Fire Safety Tips

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Note also that many services are available online to continue to serve the community at this time.

Summer Fire Safety

During the summer season's drier and warmer temperatures, residents need to take steps that can both reduce and limit the risk of fire. This includes adhering to City bylaws that ban open air burning, littering cigarette butts and smoking in parks. Protect yourself, your family and our community this summer by following these simple tips.

  • Do not smoke in parks. Not only is smoking – including e-cigarettes – banned in City parks, but the fine – normally $150 – increases to $500 during summer due to heightened fire risk.
  • Do not litter cigarette butts. Doing so can result in a $150 fine.
  • Do not have any open fires or conduct outdoor burning.
  • Relocate combustible debris or firewood at least 10 metres away from your home.
  • Be aware when mowing your lawn that if the blade comes into contact with a rock, it can cause a spark that may ignite a fire.
  • Ensure your vehicle's exhaust does not emit onto a dry lawn.
  • Reduce the amount of fuel present around your homes; prune your shrubs, remove dead and dry vegetation and tree limbs 2-3 metres from the ground.
  • Break up continuous vegetation and space so there is no continuous canopy or line of vegetation leading to your home.
  • Keep the roof and gutters clear of dead needles; prune branches that hang over the roof.

Residents should take precautions against accidental fires and be alert to signs of fire. Report any signs of smoke or fire by calling 9-1-1 immediately.

Fire-risk Rating

It's always important to keep an eye on and be aware of the local fire-risk rating as there are a number of changes and impacts to residents when it increases such as barbeque bans in our parks or the relaxation of watering restrictions in areas adjacent to heavily wooded/forested areas such as Mundy Park the northern forested boundary of ​the city.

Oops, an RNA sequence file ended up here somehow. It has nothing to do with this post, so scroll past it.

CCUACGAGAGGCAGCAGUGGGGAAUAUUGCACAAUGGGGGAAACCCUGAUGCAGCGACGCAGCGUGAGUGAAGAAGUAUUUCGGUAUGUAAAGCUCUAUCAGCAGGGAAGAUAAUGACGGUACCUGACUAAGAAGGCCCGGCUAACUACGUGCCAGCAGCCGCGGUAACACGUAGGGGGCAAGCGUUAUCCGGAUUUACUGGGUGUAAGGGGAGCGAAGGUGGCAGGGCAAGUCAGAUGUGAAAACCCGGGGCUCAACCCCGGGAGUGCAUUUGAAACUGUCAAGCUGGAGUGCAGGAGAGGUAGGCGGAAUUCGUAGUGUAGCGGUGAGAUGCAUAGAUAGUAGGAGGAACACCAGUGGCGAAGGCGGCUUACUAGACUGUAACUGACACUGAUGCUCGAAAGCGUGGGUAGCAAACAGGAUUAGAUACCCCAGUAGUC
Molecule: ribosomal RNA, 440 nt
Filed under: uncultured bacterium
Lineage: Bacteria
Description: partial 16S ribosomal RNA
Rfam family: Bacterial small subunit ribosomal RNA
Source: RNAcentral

Low Fire Risk

 The current fire risk is “​LOW”


Stay Safe Doing Summer Renos 

Homes that encroach on forests and wildlands are at risk of wildfire spread between vegetation and structures.

Residents doing home renos during summer can minimize those risks by following some simple guidelines:

  • using construction materials such as concrete tile, slate, metal and terra-cotta that can reduce a fire’s spread
  • ensuring adequate fire protection is provided including hot-works safety practices during welding, roofing and plumbing installations
  • constructing outdoor structures like gazebos at least nine metres from the house or other structures
  • keeping flammable debris at least 10 metres away from the home
  • refraining from landscaping with highly-flammable trees such as evergreens and bark-mulch, opting instead for deciduous shrubs or trees, succulent plants, and slow-growing plants with thick, woody stems all situated well away from the home. 

Check out these tip sheets for more helpful tips and info. 


Wildland/Urban Interface Areas

Coquitlam has many areas where the wilderness and urban development meet. This means that structures and vegetation are sufficiently close together that a wildfire may spread between the trees or vegetation and structures easily.

Coquitlam Fire & Rescue, along with other agencies, have the means to suppress or control structure and wildfires. With cooperation from homeowners in the urban interface areas who reduce fuel and exposure to wildland fires, we can both reduce and limit the risk of fire.

You can read and learn more about living on a wildland/urban interface area and measures you can take to protect your safety and that of the adjacent forest on ​our wildland/urban interface webpage

Fire Safety is Everyone’s ​Responsibility!

Knowing the top causes of fires is a good way to start learning how to prevent fires. ​Did you know that cooking is the number one cause of fires in the home? Heating, electrical, smoking and candles are also among the top five causes.

You can also help prevent fire damage and injury by ensuring your family is prepared for a fire emergency by developing a home fire escape plan, and installing and regularly inspecting both smoke alarms and Carbon Monoxide detectors.

To reduce the types of fires mentioned above and to learn more about how to prepare for a fire emergency, check out all the resources listed below.

Expand all

  • Candles

  • Carbon Monoxide (CO)

  • Cooking Safety

  • Electrical

  • Escape Planning

  • Fire Safety for Kids

  • Grilling

  • Heating

  • Smoke Alarms

  • Smoking

Additional Resources

For more tip sheets on other topics and information on how to keep your home and family safe, visit

For safety tip sheets in different languages, click on the link above, then chose the “Tip sheets in multiple languages” or “Easy-to-read-tip sheets”.

Fire Prevention Division
1300 Pinetree Way, Coquitlam, B.C. V3B 7S4